Granada’s Gypsy Flamenco

Too. Cool.
First of all, the location was already incredible. We made a long trek up a mountain to get to the caves where the Gitanos live, and on the hike up there we had stunning views of the Alhambra and the city of Granada below. When we finally arrived, there were groups of Gypsies lounging outside of the cave dwellings, strumming their guitars and smoking their cigarrillos, no doubt preparing for their performances. They all had tan skin with long, dark hair, just as I had imagined. The “caves” actually have smooth, white walls, but they are called caves because these rooms have been carved into the side of the mountain. We all crammed into this long, skinny room, and the excitement in the air was palpable.
Descending into the Gitano's lair....Decór of choice: pots & framed pictures
Crammed like sardines. Fire hazard?Dance floor. Used and abused.

A few men came in and started to prepare for the music. I think the person with the most difficult job is actually the singer (“cantaor”). He has to strain his voice and form what sounds like an anguished wail as he sings, since Flamenco was primarily used to express mourning for a lost love or loved one, like a lament. Even though his expression looks pained, he’s able to produce a very smoky and rich sound that mixes with the anguish to create an incredible tone. This tone then joins with the guitar to accompany the movements of the dancer. Singers also contribute to the beat of the music by clapping their hands and tapping their feet. It’s all very mystical. While watching the performance, you get really caught up with the music and movements.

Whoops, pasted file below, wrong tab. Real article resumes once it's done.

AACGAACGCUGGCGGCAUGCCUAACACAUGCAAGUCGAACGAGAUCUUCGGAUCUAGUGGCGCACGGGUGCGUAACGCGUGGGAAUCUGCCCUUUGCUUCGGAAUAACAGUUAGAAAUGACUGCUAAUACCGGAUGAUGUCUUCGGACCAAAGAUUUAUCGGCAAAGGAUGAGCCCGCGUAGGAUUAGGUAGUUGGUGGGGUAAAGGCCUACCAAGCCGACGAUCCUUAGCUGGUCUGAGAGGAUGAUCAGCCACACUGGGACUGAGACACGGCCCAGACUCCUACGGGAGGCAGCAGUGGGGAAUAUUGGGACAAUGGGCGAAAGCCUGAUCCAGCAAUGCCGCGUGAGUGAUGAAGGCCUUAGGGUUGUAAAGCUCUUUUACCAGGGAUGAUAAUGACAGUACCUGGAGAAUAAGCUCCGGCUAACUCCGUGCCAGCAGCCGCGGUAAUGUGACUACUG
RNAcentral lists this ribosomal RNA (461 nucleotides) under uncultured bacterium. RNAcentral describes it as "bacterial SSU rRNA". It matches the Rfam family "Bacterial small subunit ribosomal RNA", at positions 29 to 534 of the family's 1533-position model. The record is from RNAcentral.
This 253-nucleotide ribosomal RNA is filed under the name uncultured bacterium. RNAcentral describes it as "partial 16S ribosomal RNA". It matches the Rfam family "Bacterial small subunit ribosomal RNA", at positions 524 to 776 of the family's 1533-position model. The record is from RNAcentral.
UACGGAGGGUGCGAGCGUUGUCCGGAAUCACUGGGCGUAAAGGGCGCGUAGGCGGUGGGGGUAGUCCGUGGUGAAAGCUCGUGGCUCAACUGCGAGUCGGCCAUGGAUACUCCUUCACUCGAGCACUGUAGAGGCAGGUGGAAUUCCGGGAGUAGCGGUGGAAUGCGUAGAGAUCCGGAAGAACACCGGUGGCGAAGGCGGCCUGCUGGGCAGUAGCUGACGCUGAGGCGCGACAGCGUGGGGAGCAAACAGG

Spanish flairLots o' Gypsies! :)

Then, towards the end they started performing celebratory songs, like for a wedding of some sort. It was much more upbeat and fast-paced; you could definitely tell it was for a happy occasion.

Video 1: Not that much Flamenco dancing going on (lots of fan-waving), but this is a great clip if you want to hear the voice of the cantaor.

Video 2: Lots of quick-moving footwork and you can hear the clapping really well in this. Can you identify the 12-count beat of Flamenco?

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